Wednesday, March 30, 2011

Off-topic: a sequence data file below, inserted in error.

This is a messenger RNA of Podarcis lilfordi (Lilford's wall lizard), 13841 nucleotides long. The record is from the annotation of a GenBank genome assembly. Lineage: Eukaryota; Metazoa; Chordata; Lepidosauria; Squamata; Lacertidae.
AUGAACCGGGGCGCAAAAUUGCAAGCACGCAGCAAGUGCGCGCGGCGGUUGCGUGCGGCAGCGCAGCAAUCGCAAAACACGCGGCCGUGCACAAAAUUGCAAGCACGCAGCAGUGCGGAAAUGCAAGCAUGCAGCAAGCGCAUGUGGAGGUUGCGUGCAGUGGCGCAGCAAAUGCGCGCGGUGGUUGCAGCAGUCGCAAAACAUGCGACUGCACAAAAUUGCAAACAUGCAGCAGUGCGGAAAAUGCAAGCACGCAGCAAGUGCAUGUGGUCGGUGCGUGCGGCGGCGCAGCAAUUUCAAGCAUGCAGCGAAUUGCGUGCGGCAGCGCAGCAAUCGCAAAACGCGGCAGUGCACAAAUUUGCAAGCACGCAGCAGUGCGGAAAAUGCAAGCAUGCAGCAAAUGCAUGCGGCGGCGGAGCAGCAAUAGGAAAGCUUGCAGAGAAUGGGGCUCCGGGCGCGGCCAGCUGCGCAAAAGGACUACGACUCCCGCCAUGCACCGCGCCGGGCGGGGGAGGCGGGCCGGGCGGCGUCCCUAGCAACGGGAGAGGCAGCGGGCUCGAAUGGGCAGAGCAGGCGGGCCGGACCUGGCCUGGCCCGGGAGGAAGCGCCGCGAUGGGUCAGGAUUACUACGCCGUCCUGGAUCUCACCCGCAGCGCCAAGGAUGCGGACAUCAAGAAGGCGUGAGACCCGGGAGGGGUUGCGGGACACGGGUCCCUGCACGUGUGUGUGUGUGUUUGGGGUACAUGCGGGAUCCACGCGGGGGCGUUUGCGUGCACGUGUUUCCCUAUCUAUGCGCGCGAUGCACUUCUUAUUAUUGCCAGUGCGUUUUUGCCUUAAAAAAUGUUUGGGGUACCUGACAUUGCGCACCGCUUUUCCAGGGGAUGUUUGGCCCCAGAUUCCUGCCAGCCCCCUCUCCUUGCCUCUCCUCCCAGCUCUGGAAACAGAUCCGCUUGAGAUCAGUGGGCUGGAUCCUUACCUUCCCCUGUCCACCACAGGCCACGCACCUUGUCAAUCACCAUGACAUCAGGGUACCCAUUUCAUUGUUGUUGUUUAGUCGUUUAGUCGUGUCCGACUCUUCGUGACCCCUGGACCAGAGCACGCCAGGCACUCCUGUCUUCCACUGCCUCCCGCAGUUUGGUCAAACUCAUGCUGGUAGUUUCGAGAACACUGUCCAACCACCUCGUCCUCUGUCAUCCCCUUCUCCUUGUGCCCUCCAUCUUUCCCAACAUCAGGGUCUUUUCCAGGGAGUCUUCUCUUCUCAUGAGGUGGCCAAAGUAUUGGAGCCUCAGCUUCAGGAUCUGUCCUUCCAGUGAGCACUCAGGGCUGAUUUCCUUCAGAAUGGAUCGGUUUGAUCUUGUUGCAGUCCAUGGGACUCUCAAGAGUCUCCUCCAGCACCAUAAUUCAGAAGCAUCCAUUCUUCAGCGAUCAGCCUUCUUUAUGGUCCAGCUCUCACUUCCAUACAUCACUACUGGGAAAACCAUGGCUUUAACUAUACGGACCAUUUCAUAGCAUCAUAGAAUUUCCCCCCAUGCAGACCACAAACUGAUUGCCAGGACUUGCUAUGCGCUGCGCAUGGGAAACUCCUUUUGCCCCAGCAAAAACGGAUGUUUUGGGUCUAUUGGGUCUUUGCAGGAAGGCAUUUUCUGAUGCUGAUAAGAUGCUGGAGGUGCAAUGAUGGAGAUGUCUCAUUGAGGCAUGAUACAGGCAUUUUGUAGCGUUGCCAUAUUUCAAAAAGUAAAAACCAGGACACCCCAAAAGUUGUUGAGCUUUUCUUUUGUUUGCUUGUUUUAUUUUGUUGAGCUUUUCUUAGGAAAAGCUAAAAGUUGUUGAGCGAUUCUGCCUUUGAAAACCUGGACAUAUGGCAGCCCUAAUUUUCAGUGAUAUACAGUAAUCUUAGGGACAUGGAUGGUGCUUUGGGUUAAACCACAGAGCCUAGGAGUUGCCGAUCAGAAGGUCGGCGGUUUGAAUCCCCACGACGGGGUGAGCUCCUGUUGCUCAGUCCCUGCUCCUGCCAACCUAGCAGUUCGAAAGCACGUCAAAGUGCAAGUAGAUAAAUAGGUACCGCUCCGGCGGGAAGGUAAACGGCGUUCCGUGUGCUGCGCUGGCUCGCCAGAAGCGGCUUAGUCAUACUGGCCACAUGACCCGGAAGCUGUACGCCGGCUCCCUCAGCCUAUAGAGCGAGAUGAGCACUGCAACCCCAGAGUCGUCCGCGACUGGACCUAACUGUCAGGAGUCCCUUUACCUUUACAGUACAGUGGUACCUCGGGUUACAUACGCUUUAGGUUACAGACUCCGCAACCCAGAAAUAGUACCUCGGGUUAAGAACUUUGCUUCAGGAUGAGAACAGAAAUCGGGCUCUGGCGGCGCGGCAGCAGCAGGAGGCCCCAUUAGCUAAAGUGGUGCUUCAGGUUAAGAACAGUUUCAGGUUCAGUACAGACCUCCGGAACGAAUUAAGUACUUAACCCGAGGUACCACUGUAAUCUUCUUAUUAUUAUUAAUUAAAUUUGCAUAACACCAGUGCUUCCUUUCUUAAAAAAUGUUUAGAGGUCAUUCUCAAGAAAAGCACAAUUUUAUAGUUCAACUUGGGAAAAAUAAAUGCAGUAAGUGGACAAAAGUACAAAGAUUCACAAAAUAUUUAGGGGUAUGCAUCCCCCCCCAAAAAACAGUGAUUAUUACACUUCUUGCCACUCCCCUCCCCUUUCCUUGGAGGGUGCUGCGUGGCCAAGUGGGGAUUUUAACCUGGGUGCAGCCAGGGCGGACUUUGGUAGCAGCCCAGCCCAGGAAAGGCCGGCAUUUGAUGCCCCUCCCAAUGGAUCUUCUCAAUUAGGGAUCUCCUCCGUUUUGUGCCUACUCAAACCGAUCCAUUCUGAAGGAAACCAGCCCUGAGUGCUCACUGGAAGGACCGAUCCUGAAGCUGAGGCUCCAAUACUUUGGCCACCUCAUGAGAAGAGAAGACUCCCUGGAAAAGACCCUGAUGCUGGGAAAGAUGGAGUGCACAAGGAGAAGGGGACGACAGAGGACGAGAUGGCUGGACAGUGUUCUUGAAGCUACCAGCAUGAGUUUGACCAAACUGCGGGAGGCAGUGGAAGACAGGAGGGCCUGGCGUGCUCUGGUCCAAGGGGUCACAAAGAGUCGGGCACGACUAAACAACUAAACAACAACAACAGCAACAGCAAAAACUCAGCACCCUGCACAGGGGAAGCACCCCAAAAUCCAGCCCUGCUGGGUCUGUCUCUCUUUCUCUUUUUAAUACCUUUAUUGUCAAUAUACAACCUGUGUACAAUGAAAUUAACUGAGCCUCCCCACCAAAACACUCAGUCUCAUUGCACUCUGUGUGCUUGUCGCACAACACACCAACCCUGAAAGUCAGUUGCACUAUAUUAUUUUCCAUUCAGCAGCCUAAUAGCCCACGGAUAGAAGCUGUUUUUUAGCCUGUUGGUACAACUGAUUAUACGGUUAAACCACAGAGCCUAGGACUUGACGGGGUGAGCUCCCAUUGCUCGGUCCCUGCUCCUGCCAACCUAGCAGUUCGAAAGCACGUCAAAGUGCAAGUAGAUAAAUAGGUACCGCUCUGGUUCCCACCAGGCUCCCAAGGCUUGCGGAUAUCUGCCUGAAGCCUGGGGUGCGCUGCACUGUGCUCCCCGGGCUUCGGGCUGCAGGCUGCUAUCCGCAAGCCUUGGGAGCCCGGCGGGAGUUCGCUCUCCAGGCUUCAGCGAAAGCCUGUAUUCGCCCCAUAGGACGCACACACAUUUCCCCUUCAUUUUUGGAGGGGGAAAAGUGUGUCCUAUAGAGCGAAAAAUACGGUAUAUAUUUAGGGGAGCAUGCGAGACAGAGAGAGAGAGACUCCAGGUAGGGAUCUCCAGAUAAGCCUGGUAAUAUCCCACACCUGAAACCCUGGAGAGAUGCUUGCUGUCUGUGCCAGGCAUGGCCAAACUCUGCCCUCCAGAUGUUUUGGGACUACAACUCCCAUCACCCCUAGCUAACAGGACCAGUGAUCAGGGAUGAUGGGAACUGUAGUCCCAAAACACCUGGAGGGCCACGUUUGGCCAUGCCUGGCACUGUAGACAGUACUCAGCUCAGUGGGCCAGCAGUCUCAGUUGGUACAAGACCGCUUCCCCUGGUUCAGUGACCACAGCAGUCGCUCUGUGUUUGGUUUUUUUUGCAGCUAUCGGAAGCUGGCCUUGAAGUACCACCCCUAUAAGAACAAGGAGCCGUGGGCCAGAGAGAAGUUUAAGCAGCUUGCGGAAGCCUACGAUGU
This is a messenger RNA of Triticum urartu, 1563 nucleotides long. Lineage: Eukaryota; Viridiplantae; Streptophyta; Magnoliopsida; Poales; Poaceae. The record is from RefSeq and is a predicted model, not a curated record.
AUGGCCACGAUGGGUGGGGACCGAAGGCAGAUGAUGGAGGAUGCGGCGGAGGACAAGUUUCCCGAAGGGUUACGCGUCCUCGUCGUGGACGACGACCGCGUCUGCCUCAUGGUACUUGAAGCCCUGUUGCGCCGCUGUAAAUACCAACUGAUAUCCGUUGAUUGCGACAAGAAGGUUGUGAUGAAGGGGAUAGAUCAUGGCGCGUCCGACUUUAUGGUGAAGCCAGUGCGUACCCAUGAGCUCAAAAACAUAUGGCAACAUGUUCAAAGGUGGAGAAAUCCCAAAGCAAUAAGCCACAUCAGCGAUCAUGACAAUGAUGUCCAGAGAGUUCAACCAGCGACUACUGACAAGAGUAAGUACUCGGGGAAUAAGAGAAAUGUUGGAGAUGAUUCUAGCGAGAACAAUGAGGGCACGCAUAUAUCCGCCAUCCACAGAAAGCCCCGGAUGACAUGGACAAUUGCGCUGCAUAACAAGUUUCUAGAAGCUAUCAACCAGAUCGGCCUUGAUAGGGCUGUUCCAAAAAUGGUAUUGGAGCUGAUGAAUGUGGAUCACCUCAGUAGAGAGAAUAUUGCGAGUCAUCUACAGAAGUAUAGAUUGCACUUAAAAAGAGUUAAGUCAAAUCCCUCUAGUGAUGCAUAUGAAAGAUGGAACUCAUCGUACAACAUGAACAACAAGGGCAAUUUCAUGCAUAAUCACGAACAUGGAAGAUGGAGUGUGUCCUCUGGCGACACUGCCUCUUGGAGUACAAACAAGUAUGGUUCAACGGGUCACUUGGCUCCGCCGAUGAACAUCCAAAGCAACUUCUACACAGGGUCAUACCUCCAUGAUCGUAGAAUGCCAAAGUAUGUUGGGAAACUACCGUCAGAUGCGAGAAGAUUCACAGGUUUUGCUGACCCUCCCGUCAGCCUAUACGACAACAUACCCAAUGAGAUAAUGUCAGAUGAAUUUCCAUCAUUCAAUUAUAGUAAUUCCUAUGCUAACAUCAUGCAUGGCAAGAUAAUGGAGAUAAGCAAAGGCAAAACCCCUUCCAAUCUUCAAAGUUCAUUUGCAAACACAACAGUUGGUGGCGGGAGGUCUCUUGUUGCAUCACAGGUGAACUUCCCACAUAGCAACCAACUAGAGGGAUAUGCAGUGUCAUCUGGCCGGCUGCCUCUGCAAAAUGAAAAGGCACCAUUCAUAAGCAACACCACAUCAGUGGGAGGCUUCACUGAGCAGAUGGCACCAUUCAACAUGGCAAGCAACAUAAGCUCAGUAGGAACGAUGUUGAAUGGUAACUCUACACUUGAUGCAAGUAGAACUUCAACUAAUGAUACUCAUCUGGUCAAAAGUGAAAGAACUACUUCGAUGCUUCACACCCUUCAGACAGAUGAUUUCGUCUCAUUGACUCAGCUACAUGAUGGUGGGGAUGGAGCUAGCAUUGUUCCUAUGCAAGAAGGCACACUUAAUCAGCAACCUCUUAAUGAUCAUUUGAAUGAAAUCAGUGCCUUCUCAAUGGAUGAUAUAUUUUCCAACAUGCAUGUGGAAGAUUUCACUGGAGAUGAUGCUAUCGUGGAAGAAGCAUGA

U.S. vs. Cotterman, No. 09-10139 (3-30-11)(Tallman with Rawlinson; dissent by B. Fletcher). This is a troubling Fourth Amendment/border search opinion. The defendant was stopped entering the U.S. at a tiny point of entry. He was on a watch list for a prior sex offense. The Customs officer gave a careful look at the vehicle, and spotted two laptops and digital cameras. The agent opened the laptop of the defendant (the other belonged to his wife), but did not see anything wrong. However, many files were password protected. The computer was seized, and taken almost 200 miles away (170 to be exact) to Tucson, to be forensically examined. After two days, the passwords were breached and child porn was discovered. The district court suppressed, finding that such a search away from the border, over time, and in seizing the property, cannot be justified by the border search doctrine. The 9th disagreed. The 9th explains the need for vigilance on the border, and the need for protection. The border need not be exactly on the border. The POE here, Lukeville, was not equipped with computer forensics, and it is impractical to have such labs at every point of entry. The 9th stated that the defendant's property had never been cleared into the country; it was still functionally "at the border." Moreover, taking it some distance in such circumstances need not require reasonable suspicion (both sides agreed that none existed here). The moving of the property, and the time, was a continuation of the border search. the wait was not onerous, and falls within expectations. The government does not have carte blanche; courts will examine such delays on a case-by-case basis. As for defendant's argument that reasonable suspicion was needed, the 9th writes that neither was there a bodily search, nor was any property destroyed (two circumstances that the Supremes indicated required reasonable suspicion. The 9th paused as to whether this fit a third category, a "particularly offensive manner," because of the delay. The time and seizure of property, for two days, was not, in the 9th's eyes, highly offensive. In sum, the 9th holds that relocation of property for a continued border search does not require reasonable suspicion. Reasonableness of the search will be on a case-by-case basis. Dissenting, B. Fletcher laments the demise of the Fourth Amendment. To the dissent, the sticking point is not so much the relocation of the property but the seizure of it, and depriving of the person of his property, for no reason whatsoever. There must, the dissent writes, be some particularized suspicion of a crime when there is no indication in the property, or on the computer, that something is amiss. To permit a search of a computer is to invade privacy, and there was no reason to here except for the government's own general concerns.


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